“The new Gong app takes two tools that sales pros find invaluable today – Gong and Zoom – and makes them even more useful,” said Chief Product Officer of Gong, Eilon Reshef. “We’re enabling revenue professionals to stay engaged in customer conversations by plugging into their daily workflow.”

By managing recording, transcription, analytics, and intelligence, Chorus and Gong allow reps to step away from traditional notetaking and focus on the meeting, helping them be more present.  As a result, they can ask better questions and manage the meeting flow more effectively while avoiding awkward pauses when taking notes.

The Zoom App marketplace, which launched late last year, already has over 50 apps, including

  • Conversation Intelligence for Sales: Chorus, Gong
  • Transcription: Colibri, Rev, Avoma, Grain
  • Collaboration: Asana, Mentimeter, Workona, Docket, Allo, WorkPatterns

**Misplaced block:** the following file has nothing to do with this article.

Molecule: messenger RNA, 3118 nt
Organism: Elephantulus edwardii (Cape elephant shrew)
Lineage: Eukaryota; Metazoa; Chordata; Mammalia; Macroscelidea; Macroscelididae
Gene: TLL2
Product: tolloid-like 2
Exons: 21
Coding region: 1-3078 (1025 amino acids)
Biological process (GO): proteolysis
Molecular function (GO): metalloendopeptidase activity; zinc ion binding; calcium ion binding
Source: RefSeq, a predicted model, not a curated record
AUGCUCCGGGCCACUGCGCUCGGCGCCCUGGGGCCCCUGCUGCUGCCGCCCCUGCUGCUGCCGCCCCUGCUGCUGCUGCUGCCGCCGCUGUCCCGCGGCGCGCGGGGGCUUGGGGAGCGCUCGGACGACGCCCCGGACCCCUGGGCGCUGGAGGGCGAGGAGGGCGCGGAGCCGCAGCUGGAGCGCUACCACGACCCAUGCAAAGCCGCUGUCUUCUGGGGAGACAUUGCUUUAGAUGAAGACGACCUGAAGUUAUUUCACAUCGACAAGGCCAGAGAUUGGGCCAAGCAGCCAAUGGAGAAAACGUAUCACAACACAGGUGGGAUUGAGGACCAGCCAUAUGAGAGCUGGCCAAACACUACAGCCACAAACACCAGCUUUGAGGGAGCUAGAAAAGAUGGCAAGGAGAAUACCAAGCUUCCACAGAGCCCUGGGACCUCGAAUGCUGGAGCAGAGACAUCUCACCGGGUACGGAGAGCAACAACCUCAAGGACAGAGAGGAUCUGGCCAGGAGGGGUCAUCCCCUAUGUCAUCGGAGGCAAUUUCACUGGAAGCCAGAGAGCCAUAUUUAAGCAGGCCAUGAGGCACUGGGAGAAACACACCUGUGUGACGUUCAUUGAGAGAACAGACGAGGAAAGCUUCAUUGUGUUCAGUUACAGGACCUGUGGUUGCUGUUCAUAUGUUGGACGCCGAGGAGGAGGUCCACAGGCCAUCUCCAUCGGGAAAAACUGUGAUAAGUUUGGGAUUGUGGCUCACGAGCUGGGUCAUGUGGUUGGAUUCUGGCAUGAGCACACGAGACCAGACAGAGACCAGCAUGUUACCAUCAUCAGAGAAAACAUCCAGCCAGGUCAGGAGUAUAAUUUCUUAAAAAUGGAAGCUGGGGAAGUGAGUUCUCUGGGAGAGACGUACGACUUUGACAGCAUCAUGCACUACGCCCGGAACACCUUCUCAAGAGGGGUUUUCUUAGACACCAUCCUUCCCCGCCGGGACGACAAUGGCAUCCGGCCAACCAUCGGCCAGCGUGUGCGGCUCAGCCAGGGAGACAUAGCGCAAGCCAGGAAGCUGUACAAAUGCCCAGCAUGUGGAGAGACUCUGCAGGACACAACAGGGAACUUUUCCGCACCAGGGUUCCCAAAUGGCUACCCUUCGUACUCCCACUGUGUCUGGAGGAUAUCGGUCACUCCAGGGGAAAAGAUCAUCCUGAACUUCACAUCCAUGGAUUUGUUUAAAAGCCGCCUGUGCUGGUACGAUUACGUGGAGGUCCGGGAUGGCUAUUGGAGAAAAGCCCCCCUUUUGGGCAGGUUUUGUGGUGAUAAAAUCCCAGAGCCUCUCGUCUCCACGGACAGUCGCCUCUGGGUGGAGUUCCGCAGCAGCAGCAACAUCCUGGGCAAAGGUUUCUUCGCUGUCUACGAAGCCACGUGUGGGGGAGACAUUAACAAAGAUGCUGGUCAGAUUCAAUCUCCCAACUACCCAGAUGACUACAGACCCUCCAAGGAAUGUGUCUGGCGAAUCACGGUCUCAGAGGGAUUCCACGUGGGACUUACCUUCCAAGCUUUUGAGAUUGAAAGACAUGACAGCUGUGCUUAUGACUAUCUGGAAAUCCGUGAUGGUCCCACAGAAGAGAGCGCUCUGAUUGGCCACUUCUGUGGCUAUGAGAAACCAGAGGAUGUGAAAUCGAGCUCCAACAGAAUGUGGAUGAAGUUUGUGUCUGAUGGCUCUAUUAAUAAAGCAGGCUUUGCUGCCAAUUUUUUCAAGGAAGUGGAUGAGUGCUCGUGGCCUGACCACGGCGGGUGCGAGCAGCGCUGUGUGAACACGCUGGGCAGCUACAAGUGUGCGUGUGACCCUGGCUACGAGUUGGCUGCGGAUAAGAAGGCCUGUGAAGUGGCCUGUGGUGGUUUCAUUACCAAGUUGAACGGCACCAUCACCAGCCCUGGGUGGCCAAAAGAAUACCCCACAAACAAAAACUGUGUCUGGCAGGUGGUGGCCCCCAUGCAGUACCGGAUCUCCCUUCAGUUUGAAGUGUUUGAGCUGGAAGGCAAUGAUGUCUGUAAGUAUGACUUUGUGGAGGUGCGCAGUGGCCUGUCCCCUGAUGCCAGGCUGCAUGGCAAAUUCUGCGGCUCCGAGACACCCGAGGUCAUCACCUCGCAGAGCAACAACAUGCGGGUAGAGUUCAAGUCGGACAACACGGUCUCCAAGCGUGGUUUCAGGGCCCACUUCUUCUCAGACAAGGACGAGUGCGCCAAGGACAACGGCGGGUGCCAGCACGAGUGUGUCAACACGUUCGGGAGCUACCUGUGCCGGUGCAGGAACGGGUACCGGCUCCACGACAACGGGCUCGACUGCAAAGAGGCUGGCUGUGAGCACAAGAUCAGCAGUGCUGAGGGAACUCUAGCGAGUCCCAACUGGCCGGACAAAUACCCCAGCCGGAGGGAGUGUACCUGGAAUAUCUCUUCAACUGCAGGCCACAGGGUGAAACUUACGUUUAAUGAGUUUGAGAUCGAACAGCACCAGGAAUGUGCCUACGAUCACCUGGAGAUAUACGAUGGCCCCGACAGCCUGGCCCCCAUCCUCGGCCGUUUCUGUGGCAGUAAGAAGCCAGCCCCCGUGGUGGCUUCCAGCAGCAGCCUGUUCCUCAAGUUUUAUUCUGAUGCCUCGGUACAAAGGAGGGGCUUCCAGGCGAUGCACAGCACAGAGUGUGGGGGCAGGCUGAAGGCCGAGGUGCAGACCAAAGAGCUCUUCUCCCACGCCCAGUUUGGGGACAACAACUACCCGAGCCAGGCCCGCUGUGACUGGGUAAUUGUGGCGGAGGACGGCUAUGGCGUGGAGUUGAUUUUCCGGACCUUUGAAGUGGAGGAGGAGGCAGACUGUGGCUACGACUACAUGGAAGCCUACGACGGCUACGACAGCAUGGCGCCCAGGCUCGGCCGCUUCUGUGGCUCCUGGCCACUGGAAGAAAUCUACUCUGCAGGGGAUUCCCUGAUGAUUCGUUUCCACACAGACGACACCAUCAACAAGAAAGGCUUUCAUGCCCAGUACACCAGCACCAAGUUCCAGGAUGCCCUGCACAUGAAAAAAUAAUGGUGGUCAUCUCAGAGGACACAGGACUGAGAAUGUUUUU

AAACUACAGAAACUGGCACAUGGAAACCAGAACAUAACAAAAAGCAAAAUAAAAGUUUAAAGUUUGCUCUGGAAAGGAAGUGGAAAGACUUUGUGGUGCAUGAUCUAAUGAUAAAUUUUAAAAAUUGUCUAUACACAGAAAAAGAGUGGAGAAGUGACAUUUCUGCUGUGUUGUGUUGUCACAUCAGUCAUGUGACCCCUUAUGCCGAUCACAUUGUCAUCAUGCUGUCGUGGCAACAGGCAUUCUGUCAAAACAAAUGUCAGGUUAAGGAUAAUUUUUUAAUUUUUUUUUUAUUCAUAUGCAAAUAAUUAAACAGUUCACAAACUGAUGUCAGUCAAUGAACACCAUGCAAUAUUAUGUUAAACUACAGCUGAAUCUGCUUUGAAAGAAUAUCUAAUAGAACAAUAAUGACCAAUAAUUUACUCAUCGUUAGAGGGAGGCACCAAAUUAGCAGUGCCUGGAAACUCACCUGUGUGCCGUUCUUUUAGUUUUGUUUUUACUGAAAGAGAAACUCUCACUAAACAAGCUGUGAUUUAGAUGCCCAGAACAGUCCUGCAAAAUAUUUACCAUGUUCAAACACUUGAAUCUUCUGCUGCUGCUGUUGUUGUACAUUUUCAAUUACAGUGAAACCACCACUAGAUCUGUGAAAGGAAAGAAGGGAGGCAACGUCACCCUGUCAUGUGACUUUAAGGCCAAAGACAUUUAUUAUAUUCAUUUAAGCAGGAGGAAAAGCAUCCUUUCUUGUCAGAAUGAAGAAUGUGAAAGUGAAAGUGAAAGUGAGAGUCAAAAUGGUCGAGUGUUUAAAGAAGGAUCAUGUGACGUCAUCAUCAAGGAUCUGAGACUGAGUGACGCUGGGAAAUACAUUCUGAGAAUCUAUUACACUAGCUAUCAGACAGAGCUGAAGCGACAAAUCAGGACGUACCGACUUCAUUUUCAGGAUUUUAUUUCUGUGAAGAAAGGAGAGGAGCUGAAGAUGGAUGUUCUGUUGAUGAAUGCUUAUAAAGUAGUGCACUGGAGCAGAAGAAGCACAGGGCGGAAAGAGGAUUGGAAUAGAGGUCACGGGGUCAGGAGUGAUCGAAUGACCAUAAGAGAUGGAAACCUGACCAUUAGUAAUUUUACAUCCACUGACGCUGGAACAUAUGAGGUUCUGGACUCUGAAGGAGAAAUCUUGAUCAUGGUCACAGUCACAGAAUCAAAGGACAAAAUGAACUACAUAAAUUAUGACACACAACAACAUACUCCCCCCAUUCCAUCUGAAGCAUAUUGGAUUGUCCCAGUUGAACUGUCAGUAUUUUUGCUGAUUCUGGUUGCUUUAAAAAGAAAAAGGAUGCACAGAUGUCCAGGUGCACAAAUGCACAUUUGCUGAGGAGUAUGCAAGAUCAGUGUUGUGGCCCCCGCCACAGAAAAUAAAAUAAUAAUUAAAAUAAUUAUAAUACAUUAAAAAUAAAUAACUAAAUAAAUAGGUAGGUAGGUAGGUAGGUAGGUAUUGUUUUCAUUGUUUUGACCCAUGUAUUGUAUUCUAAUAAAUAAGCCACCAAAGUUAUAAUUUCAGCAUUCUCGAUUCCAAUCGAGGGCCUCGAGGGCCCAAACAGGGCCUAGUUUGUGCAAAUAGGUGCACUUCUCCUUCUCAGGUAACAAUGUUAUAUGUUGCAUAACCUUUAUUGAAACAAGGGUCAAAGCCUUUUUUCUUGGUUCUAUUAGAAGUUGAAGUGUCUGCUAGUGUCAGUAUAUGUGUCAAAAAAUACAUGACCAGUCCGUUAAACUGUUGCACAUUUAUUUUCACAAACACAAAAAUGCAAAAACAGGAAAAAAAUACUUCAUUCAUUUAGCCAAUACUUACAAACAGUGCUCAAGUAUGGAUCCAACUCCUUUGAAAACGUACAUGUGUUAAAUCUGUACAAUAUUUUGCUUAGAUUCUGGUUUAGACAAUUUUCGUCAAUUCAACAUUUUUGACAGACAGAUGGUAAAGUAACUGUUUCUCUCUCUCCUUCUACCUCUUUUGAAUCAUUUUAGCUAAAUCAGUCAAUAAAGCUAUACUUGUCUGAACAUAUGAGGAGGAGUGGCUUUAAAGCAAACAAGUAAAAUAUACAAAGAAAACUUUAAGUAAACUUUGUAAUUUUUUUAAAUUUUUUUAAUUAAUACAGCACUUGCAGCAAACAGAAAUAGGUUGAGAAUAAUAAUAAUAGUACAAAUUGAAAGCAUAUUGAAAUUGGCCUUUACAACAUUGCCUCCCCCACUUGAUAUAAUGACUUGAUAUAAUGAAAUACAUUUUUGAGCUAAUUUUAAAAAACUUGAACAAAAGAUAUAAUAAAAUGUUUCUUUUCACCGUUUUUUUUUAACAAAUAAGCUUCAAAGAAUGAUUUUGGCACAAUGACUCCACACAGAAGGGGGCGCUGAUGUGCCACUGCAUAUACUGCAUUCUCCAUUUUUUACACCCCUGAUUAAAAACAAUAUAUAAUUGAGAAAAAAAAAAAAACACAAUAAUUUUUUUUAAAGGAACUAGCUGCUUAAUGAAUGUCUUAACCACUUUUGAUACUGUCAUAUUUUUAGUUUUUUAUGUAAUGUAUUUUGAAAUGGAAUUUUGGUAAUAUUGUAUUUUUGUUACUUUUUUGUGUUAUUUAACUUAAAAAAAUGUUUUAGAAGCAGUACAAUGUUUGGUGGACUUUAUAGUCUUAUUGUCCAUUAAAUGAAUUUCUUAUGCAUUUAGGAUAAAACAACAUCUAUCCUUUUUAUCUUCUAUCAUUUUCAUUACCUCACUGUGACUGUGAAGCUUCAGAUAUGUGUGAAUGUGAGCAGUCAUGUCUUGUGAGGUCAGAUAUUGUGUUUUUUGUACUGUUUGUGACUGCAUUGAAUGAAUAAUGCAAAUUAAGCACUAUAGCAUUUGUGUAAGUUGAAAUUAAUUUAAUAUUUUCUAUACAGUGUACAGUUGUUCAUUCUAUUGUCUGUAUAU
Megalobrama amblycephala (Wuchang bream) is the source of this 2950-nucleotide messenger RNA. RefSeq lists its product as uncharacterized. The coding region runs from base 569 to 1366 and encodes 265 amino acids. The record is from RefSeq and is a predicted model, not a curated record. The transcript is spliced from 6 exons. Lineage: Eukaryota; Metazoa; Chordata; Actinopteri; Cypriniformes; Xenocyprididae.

• People Insights: Warmly,
  • Polling: Polly, Dot Collector, Coda, SurveyMonkey
  • User Interviews: BuildBetter Research
  • Signatures: PandaDoc
  • Whiteboarding: Miro, Mural
  • Notetaking: AI Notetaker by Fathom, Notejoy
  • Timer: Timer
  • Demos: Demoflow
  • Interpreters: Voyce

Zoom also announced its Zoom Events service for hybrid and virtual events.  Marketers can “seamlessly manage and host back-to-back event sessions from sales summits, customer events, trade shows, and internal events.”  Features include event hubs, dedicated corporate virtual event spaces, customizable registration, reporting, and a chat-enabled virtual event lobby.

“Zoom Apps and Zoom Events are critical components in broadening Zoom’s offering and reach,” said Roopam Jain, VP, Information and Communications Technologies at Frost & Sullivan.  “These solutions empower users to accomplish more with video communications and are a testament to Zoom’s focus of enabling customers to create and grow businesses entirely on its platform—whether through applications, integrations, events, or other services.”